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A six-year investigation into who betrayed Anne Frank and her family has yielded a surprising result.
A cold case team that included retired US Federal Bureau of Investigation (FBI) agent Vincent Pankoke and about 20 historians, criminologists and data specialists has identified a little-known Jewish notary, Arnold van den Bergh, as a highly probable suspect who revealed the family’s hideout to the Nazis in August 1944.
A CBS documentary and an accompanying book, The Betrayal of Anne Frank, based on the investigative team’s findings, detail how the Jewish-Dutch notary van den Bergh allegedly handed over a list of hiding places of Jews in Amsterdam to the Germans to save his wife, three daughters and himself.
His list included the address of the canal-facing warehouse on Prinsengracht in Amsterdam, where Frank and seven other Jews lived in a secret annexe for nearly two years.
Important clues in an unsigned note
The main piece of evidence was an unsigned note that Anne’s father, Otto Frank, received in 1946, which was found in an old postwar investigation dossier. It specifically named van den Bergh and alleged that as a member of Amsterdam’s wartime Jewish council, he had access to the addresses of Jews’ hiding places, and was believed to have passed it on to the Nazis.
According to news agency Reuters, while other members of the Jewish Council were deported in 1943, van den Bergh was able to remain in the Netherlands. He died in 1950.
Solution to a historical mystery
Pankoke, who was instrumental in the investigation, said there was no absolute certainty of van den Bergh’s complicity. “But our theory has a probability of more than 85%,” he told Deutschlandfunk radio.
The goal of the investigation, he said, was not to bring charges against anyone, but to solve the historical mystery of who turned the Frank family over to the Gestapo.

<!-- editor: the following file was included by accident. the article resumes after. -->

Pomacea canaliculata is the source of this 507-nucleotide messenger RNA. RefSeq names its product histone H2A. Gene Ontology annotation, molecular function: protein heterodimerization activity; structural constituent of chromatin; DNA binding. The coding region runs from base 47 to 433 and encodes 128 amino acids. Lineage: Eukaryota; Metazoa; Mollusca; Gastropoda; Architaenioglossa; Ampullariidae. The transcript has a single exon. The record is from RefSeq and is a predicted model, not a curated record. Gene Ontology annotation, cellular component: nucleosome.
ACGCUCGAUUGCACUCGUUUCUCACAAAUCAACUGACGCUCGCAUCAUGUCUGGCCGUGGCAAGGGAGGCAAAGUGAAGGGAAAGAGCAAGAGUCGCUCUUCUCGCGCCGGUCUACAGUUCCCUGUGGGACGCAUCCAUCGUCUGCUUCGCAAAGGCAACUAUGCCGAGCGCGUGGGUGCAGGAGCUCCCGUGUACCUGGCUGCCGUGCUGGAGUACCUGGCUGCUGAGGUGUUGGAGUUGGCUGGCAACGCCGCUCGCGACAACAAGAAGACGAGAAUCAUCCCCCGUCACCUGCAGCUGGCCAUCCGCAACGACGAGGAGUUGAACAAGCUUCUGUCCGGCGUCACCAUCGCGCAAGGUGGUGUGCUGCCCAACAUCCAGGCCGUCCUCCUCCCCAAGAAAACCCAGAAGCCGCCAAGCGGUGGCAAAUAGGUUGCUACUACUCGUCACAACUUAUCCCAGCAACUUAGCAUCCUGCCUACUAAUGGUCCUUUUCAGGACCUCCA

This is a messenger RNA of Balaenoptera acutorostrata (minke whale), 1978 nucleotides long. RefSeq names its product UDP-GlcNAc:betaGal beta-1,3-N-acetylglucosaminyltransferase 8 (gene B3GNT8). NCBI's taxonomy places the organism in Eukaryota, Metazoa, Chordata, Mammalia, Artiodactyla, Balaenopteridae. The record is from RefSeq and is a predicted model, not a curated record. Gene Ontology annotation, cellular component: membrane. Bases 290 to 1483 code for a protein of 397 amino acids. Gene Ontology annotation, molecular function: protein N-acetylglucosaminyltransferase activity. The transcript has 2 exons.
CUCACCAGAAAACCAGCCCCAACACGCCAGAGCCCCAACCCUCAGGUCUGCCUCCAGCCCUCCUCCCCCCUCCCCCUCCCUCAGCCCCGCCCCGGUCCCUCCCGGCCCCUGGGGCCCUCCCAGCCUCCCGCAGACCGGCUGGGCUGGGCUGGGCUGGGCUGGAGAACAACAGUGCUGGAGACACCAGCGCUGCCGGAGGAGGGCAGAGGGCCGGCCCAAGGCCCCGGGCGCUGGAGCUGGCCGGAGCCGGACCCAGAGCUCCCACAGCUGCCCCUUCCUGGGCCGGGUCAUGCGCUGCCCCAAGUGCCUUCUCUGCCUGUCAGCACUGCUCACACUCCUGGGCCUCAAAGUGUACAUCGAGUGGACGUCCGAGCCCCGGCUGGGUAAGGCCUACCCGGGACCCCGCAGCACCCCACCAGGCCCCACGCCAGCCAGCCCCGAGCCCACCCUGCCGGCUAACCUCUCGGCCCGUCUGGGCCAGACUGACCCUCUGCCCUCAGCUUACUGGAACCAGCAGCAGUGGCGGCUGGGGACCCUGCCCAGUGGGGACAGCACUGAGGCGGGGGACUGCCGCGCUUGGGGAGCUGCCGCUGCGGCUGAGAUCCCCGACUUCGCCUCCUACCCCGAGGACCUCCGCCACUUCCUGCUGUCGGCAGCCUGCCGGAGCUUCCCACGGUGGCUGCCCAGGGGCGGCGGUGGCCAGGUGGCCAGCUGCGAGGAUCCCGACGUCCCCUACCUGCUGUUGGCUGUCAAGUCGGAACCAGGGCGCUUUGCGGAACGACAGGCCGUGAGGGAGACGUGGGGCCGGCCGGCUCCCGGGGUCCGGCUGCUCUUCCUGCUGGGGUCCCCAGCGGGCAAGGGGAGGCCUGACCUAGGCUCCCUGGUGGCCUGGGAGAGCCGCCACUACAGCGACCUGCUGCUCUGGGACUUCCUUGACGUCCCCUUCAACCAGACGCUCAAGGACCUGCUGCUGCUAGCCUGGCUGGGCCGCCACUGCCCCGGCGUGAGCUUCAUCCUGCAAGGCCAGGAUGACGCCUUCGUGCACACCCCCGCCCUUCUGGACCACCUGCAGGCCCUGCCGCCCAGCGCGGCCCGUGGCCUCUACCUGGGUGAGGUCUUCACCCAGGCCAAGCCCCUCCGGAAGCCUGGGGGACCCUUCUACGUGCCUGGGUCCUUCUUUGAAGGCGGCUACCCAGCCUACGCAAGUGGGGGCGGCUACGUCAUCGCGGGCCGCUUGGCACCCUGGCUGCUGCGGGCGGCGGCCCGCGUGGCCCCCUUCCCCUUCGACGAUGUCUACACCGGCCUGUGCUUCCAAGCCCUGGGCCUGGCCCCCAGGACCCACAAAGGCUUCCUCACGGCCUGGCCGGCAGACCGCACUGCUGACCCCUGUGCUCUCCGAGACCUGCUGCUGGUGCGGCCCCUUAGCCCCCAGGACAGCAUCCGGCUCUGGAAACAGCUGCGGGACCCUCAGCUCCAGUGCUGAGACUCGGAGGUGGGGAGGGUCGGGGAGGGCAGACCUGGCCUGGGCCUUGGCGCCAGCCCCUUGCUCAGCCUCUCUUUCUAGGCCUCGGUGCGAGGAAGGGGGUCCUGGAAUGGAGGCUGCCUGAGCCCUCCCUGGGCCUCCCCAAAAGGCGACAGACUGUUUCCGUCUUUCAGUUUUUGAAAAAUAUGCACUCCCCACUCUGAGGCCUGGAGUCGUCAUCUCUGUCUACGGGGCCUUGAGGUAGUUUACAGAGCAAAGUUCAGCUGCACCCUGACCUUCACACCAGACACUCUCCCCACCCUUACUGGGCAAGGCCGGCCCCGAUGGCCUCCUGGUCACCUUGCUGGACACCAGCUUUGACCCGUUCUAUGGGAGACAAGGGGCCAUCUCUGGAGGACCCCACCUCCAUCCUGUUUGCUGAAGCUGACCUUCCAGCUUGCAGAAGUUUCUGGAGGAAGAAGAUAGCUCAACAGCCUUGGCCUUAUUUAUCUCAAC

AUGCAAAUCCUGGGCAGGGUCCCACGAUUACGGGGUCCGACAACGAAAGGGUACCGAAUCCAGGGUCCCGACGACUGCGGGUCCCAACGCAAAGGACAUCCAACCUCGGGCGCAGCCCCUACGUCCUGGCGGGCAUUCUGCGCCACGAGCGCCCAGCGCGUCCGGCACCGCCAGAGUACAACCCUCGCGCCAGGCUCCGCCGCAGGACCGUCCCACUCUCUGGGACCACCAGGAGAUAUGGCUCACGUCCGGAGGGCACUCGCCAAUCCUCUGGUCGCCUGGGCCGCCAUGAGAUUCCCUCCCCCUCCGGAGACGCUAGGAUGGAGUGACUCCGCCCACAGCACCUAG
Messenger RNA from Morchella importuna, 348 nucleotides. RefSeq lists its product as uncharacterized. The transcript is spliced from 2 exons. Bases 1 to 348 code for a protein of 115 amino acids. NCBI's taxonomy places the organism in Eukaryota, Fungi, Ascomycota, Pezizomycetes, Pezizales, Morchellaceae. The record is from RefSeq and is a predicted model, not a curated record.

After the betrayal in August 1944, the Nazis deported the entire Frank family to the Auschwitz concentration camp. Anne and her sister Margot were later transferred to the Bergen-Belsen camp, where they both died of typhus in February 1945.
Liberated from Auschwitz by the Russians, Otto would later find out that he was the family’s sole survivor.
The investigators confirmed that Otto Frank was aware of the note but chose to never speak of it publicly.
As reported by Reuters, investigating team member Pieter van Twisk has suggested several reasons for why Frank chose to remain silent. He was perhaps uncertain of the truth; he would not have wanted information becoming public that could further fuel antisemitism, and he would not have wanted Arnold van den Bergh’s three daughters to be blamed for something their father might have done.
Otto “had been in Auschwitz,” van Twisk told Reuters. “He knew that people in difficult situations sometimes do things that cannot be morally justified.”
Hiding place in the Netherlands
It was Otto Frank’s employee Miep Gies who had saved Anne’s diary and handed it back to him at the end of the war.
His daughter’s jottings made a deep impression on Otto, who had her diary published in June 1947.
Titled “Het Achterhuis” (The Secret Annex), 3,000 copies were originally printed. The book would later be translated into about 70 languages and adapted for stage and screen.
Anne’s life as described in her diary became known to people worldwide, and in 1960 the family’s hiding place became a museum known as the Anne Frank House. Otto remained closely involved with the Anne Frank house and museum until his death in 1980.